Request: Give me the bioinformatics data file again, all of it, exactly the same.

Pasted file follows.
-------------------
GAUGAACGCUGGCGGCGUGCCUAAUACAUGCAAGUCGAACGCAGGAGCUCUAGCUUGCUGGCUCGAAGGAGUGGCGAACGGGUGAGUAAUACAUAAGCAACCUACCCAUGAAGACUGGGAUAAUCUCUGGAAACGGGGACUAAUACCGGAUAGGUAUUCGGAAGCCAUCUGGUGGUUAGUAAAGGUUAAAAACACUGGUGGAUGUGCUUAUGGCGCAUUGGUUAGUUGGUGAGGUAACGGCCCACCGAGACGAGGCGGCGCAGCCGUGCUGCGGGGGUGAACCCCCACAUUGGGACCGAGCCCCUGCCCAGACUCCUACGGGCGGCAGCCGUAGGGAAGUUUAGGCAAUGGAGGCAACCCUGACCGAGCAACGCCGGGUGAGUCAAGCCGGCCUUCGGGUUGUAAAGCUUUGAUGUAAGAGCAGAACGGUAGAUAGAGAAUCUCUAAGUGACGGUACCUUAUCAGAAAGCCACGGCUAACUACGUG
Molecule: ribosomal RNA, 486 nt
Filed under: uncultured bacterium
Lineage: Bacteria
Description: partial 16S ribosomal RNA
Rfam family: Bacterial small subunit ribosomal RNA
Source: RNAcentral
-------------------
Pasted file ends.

GAUGAACGCUGGCGGCGUGCCUAAUACAUGCAAGUCGAACGCAGGAGCUCUAGCUUGCUGGCUCGAAGGAGUGGCGAACGGGUGAGUAAUACAUAAGCAACCUACCCAUGAAGACUGGGAUAAUCUCUGGAAACGGGGACUAAUACCGGAUAGGUAUUCGGAAGCCAUCUGGUGGUUAGUAAAGGUUAAAAACACUGGUGGAUGUGCUUAUGGCGCAUUGGUUAGUUGGUGAGGUAACGGCCCACCGAGACGAGGCGGCGCAGCCGUGCUGCGGGGGUGAACCCCCACAUUGGGACCGAGCCCCUGCCCAGACUCCUACGGGCGGCAGCCGUAGGGAAGUUUAGGCAAUGGAGGCAACCCUGACCGAGCAACGCCGGGUGAGUCAAGCCGGCCUUCGGGUUGUAAAGCUUUGAUGUAAGAGCAGAACGGUAGAUAGAGAAUCUCUAAGUGACGGUACCUUAUCAGAAAGCCACGGCUAACUACGUG
Molecule: ribosomal RNA, 486 nt
Filed under: uncultured bacterium
Lineage: Bacteria
Description: partial 16S ribosomal RNA
Rfam family: Bacterial small subunit ribosomal RNA
Source: RNAcentral